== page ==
Just as the Tsar did not understand his people, his people did not understand him, which again required their mutual contact. Nicholas II had reluctantly assumed power – he had no desire to be Tsar, instead what he wanted was to be an adventurer sailing round the world. He did not exult in the exercise of power, as people misunderstood. He was a suffering man, and much of his indifference to the needs of the people was because of his suffering. His son Alexei suffered from a bleeding disorder, haemophilia, and no medicine, no doctor, could stop the blood flow. This made the Tsar a prisoner to his own unhappiness. Had the people known this was the reason for his isolation and the amount of time he spent in imperial church, they would have had a different attitude towards him.

And then Rasputin entered the picture. The monk with a powerful mystic aura succeeded in what no doctor or medicine that the Russian emperor could command could do. He was successful in stopping Prince Alexei’s bleeding. At one stage, when the bleeding was so bad and the royal family feared Alexei would die, Rasputin saved the child’s life. Alexei’s mother, Tsarina Alexandra, became devoted to the man who had saved her son’s life.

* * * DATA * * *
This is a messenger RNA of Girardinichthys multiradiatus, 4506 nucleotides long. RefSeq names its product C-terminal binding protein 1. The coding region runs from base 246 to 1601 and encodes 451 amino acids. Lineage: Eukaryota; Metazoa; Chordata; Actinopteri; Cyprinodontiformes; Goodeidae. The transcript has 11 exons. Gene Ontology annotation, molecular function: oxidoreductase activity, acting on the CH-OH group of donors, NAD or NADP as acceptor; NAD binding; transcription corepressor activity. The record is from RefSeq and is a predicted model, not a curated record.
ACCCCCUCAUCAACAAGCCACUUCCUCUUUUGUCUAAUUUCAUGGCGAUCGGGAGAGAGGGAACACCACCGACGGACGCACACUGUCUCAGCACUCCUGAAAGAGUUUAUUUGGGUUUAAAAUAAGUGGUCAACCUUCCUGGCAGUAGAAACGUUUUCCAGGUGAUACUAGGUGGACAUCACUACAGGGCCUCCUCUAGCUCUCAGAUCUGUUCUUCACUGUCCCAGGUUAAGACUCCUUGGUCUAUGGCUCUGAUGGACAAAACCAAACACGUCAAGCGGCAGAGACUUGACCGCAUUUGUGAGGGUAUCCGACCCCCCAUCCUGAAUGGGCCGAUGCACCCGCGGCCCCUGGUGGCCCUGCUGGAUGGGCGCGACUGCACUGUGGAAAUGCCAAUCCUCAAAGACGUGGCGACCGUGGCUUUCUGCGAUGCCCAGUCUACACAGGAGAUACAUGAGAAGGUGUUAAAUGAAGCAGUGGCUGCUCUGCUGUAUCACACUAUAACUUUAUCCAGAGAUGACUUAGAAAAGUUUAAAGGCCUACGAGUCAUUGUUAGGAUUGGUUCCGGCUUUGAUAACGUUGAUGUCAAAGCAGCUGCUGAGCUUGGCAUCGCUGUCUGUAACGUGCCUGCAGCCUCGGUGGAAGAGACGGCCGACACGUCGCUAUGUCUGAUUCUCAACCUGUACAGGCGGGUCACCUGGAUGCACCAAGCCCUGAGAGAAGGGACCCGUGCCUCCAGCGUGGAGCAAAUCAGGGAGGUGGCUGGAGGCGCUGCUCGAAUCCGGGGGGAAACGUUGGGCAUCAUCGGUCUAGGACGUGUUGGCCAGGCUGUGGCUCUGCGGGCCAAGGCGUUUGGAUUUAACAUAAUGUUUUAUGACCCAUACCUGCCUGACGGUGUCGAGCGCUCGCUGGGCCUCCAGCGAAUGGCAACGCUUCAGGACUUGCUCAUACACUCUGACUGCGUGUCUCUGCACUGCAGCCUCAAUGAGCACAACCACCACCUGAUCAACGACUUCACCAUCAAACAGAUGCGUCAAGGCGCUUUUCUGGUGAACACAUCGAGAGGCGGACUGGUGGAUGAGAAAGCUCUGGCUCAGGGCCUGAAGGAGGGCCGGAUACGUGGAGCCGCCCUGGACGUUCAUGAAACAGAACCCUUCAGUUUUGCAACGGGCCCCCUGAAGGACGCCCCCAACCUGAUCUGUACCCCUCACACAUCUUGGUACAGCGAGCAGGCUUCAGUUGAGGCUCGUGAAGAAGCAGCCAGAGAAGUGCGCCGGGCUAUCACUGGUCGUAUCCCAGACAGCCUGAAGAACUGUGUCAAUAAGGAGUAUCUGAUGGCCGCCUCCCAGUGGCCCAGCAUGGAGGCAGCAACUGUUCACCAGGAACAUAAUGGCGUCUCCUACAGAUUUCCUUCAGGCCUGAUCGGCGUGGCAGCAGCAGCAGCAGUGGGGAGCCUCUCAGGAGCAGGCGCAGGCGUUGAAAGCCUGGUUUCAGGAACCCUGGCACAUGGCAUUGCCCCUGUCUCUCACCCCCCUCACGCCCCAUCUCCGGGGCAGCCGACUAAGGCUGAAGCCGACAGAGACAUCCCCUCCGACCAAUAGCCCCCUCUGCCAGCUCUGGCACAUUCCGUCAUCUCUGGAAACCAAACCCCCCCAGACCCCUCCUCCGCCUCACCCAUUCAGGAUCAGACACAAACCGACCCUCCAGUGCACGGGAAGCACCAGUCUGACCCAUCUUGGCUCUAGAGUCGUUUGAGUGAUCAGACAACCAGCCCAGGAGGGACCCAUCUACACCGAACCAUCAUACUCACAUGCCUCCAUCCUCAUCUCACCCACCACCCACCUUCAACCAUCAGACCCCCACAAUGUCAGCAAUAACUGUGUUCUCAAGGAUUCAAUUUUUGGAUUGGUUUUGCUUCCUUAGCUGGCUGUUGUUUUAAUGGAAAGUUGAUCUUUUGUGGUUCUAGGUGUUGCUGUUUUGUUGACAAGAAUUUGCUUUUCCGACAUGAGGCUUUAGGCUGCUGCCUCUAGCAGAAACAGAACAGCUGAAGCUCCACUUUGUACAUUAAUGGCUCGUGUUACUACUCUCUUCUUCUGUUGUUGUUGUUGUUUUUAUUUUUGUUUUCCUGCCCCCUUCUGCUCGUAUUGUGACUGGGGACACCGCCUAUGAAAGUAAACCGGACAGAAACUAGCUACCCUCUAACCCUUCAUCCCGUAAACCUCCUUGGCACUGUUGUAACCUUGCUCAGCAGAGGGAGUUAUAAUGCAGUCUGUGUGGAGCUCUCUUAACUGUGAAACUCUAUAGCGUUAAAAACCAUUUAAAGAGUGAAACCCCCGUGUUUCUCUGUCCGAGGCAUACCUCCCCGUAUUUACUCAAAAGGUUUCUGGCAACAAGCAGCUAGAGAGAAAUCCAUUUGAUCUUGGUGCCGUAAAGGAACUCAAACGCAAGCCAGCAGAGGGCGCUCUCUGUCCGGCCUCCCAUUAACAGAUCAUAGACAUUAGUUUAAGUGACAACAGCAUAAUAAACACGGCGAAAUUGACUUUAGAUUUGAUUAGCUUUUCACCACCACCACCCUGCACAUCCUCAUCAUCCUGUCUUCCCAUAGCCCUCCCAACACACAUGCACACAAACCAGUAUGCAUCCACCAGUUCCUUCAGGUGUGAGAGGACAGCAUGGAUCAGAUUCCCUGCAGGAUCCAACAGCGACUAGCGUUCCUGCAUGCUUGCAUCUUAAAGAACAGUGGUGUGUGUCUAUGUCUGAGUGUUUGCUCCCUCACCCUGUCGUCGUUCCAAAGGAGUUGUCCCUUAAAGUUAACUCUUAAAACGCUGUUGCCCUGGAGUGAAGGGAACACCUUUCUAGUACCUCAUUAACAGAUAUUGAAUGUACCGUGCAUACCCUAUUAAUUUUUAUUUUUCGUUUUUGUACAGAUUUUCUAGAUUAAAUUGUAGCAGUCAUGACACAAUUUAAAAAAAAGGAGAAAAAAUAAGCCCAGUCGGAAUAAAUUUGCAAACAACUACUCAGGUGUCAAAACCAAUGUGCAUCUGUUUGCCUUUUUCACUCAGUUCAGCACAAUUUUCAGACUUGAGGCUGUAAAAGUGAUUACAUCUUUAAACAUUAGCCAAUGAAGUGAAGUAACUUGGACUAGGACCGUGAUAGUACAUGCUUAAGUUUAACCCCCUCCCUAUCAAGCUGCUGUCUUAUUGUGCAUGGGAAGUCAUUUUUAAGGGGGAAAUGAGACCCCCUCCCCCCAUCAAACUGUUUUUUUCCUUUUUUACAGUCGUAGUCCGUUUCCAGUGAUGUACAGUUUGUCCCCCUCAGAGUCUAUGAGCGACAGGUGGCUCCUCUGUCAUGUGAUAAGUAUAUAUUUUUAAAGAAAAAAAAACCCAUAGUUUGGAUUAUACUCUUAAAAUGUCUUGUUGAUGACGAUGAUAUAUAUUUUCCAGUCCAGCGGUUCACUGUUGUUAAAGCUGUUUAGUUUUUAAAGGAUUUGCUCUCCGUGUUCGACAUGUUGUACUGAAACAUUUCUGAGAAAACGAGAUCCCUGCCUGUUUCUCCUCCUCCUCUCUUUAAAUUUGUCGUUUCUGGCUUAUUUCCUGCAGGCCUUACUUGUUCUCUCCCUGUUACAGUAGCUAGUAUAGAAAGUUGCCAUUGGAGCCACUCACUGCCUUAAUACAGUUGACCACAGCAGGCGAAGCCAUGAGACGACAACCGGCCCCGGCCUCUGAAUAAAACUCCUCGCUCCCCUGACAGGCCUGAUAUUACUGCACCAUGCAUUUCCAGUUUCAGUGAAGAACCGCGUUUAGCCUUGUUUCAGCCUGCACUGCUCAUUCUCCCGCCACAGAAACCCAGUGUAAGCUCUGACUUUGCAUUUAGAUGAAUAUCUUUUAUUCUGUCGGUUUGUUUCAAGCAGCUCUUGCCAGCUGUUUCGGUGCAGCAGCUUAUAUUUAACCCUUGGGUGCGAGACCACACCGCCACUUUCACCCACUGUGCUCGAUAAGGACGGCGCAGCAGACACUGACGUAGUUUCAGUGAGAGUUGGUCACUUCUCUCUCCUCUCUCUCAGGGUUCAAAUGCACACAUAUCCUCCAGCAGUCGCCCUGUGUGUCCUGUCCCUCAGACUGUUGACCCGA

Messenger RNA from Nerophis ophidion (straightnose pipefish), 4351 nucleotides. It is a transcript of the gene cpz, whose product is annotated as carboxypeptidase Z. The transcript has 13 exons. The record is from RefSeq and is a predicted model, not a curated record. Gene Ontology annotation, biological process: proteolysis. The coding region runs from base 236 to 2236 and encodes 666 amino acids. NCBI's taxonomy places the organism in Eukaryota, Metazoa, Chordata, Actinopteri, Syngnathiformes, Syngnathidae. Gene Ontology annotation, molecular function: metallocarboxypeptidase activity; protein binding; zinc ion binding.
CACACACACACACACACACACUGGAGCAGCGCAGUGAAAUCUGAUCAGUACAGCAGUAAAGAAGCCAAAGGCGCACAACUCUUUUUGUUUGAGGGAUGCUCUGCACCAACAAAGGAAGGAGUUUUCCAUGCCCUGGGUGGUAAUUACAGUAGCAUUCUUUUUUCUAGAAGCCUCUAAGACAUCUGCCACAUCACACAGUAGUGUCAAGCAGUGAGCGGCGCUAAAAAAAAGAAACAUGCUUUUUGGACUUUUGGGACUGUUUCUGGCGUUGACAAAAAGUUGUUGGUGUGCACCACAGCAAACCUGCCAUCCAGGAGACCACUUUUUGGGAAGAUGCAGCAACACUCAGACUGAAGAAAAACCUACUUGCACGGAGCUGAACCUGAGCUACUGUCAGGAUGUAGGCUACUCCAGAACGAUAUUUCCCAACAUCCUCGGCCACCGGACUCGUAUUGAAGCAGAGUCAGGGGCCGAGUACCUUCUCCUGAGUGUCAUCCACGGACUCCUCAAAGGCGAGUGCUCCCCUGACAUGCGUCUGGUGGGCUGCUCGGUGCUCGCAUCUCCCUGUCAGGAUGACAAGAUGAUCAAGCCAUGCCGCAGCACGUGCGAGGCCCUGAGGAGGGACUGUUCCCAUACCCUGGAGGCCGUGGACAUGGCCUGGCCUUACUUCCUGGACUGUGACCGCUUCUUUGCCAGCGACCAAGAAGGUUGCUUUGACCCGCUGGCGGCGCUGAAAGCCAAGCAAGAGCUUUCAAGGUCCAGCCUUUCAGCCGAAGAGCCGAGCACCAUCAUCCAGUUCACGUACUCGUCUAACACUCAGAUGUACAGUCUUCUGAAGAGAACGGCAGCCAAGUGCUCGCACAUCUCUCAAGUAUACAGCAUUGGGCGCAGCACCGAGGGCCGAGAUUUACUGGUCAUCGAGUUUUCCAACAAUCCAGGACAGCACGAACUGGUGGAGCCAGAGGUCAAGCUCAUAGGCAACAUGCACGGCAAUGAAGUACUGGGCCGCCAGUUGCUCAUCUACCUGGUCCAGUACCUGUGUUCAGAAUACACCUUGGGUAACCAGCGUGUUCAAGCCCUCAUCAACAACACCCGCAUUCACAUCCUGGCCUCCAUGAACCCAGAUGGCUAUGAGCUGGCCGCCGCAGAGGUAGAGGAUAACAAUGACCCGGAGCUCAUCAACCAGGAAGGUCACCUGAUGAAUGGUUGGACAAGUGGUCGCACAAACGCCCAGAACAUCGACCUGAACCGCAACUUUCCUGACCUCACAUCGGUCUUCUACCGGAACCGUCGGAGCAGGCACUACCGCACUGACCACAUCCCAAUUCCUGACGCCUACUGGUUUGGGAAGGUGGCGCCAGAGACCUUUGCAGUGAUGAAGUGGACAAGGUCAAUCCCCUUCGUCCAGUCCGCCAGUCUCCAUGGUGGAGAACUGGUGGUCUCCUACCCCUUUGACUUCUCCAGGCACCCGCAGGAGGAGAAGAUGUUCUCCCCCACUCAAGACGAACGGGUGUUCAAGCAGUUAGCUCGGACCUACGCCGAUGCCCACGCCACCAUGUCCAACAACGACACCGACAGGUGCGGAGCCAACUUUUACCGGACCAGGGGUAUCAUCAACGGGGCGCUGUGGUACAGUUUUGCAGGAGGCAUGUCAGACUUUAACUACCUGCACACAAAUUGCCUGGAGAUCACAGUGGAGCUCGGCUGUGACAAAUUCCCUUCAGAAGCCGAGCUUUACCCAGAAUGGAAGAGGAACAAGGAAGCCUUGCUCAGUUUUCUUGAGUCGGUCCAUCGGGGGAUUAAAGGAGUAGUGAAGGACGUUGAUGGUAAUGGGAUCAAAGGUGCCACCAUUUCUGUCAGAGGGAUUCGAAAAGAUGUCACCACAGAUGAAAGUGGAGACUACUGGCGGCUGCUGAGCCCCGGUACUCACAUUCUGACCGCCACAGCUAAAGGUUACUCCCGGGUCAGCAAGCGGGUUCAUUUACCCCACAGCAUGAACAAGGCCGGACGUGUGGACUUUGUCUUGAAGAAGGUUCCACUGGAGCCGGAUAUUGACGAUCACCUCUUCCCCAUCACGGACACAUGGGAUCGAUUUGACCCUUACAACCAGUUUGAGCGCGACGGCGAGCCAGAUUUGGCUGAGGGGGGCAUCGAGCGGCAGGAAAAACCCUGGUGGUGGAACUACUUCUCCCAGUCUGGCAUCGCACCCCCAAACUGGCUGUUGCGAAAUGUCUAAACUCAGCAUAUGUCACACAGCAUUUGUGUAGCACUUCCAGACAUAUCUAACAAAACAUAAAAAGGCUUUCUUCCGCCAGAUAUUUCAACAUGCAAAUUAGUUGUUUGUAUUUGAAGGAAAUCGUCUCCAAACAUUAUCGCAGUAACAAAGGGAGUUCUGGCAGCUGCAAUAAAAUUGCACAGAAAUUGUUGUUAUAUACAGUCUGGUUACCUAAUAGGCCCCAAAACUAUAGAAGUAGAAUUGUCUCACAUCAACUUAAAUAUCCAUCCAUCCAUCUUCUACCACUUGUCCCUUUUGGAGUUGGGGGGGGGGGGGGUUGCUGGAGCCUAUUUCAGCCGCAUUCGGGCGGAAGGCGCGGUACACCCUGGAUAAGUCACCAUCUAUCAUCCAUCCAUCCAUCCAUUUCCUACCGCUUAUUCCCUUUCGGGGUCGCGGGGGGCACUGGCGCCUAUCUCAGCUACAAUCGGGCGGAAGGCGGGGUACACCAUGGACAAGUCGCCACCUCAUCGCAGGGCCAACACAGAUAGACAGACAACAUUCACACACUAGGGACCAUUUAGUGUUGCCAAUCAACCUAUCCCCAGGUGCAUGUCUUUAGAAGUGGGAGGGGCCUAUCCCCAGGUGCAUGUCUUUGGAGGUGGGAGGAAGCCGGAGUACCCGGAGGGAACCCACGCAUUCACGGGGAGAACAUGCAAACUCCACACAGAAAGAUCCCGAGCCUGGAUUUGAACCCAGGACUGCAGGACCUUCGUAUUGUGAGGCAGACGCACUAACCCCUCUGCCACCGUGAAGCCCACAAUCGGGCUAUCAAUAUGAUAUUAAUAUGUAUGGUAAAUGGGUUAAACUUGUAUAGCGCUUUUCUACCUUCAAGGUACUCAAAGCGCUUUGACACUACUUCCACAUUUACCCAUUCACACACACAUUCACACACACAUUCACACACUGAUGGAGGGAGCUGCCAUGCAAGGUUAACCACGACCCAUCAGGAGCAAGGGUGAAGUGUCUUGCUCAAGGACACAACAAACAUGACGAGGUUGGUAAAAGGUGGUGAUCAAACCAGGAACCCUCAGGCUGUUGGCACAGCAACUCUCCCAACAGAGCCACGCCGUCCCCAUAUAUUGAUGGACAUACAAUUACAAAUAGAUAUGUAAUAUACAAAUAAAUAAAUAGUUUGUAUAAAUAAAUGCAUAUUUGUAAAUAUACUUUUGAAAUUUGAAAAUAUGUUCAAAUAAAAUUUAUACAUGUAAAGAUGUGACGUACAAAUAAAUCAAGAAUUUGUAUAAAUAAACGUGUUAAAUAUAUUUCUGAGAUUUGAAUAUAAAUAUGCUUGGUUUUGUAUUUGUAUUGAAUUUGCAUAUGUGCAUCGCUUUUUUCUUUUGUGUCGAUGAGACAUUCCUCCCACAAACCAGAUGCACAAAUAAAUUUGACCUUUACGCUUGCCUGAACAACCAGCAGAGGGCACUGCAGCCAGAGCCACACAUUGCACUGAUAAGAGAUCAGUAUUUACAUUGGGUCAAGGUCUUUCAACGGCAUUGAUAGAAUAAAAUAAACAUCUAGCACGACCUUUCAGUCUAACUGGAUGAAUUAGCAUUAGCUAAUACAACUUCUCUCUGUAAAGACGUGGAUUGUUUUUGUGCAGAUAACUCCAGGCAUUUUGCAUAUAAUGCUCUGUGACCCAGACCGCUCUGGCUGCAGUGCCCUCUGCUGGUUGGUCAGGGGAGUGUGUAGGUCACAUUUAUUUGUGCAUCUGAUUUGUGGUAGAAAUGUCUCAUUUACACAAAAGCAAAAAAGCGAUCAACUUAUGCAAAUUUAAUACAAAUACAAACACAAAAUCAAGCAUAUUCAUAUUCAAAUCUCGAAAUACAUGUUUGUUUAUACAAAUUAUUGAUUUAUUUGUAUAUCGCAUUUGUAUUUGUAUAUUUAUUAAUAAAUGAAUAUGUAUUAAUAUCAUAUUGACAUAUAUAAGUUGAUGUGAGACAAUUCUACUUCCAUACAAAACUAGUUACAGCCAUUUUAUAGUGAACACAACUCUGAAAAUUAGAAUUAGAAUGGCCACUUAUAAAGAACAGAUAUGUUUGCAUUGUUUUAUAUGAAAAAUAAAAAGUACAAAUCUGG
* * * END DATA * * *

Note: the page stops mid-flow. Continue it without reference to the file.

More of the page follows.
Alexandra’s devotion to Rasputin was seen in a completely different light by the Russian people, again because they were totally out of touch with the royal family and the family too kept Alexei’s disease a secret. What could have been a reason for sympathetic understanding became the cause for the vilest of rumours. The common people were convinced that the Tsarina was having a sexual affair with the monk.

The common men and women were not alone in this misunderstanding. The nobility too shared this belie of theirs. For, the royal family had kept them too in the dark about the family problem and the role of Rasputin in solving it.

As Rasputin’s influence over the royal family soared, their lack of contact with people and alienation from them became complete. They had now lost contact not only with the common man, but with the aristocracy too.

The Russian people now openly demanded change.

Nicholas II was willing to abdicate – he, in the first place, had never wanted to be Tsar. And he announced to the Russian people and their provisional government that he was abdicating in favour of his younger brother Grand Duke Michael.